I really think the AAMC is creating conditions favoring genetics and molecular /microbio students... however that's just a theory and given the importance that reasoning has with scoring well on the MCAT any advantage I think a specific major may have is probably very minimal...

    The long and short of it... the real MCAT may not look at all like an AAMC practice but generally is still testing the same abilities. Do your best and you'll like score very close to previous scores.
  9. UVAbme2009

    UVAbme2009 5+ Year Member

    Jan 26, 2008
    There wasn't one AAMC that could compare to the real thing (June 13th). If I could go back, I wouldn't have purchased a single one. It gives you a false sense of what the test is going to be like, especially since the website explicitly says that the practice tests are good indicators of the real deal.


    Practice: straightforward passages, don't even need to read a lot of them to answer the questions, fair amount of time to complete and check work

    Real thing: no straightforward passages, had to read the passages very carefully and still go back to look for the answer, zero amount of time to check back over the test

    I actually thought verbal was easier than the practice tests. I don't know if my score will indicate that, but the passages made sense. There weren't any that were hard to follow.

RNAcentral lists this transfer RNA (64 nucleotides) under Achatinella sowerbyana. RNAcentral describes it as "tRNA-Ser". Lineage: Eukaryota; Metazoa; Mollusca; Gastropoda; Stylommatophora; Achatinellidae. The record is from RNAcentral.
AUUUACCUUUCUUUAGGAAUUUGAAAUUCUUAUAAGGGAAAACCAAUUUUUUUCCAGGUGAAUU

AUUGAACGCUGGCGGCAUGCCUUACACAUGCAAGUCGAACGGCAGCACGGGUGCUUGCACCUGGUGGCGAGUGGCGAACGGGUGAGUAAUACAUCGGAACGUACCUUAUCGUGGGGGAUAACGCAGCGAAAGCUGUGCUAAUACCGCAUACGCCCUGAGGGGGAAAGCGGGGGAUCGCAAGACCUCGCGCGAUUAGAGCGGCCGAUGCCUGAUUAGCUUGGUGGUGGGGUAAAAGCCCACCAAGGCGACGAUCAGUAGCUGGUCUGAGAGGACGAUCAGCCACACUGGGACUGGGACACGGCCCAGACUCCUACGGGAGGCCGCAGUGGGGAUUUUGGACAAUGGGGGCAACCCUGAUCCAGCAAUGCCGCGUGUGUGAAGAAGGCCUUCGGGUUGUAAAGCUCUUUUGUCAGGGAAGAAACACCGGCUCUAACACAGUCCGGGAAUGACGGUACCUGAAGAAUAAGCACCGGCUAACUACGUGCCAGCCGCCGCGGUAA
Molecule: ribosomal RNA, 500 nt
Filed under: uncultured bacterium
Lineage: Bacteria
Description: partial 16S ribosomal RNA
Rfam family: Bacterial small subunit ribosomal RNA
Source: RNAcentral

10. Revilla

    Revilla New Member 5+ Year Member

    Jul 22, 2006
    Have to agree with UVAbme2009. I also took the June 13th exam and the AAMCs were nothing like the real thing. I always finished every section with time to spare (sometimes, quite a bit of time), but on the real thing, the passages are so convoluted that most people who posted on the Friday the 13th thread said they rushed through the last few questions.

    Perhaps it's just certain days though. I've read the May 23rd thread and it seems those folks think AAMC was a fair representation of the real thing. On June 13th, you'd be hard-pressed to find someone who agrees with that. Because of the curve though, it'll theoretically all balance out.

    Just remember, on your MCAT day, if you found it difficult, chances are most other people did too. I forgot that little tidbit and because I felt like the biggest idiot in the world for not understanding all the passages and guessing on several questions, I voided my score. When I came home to read that it wasn't just me, that it was the majority of the test-takers (Americans and our friends overseas) who found that exam particularly difficult, I regretted voiding. Don't make that mistake.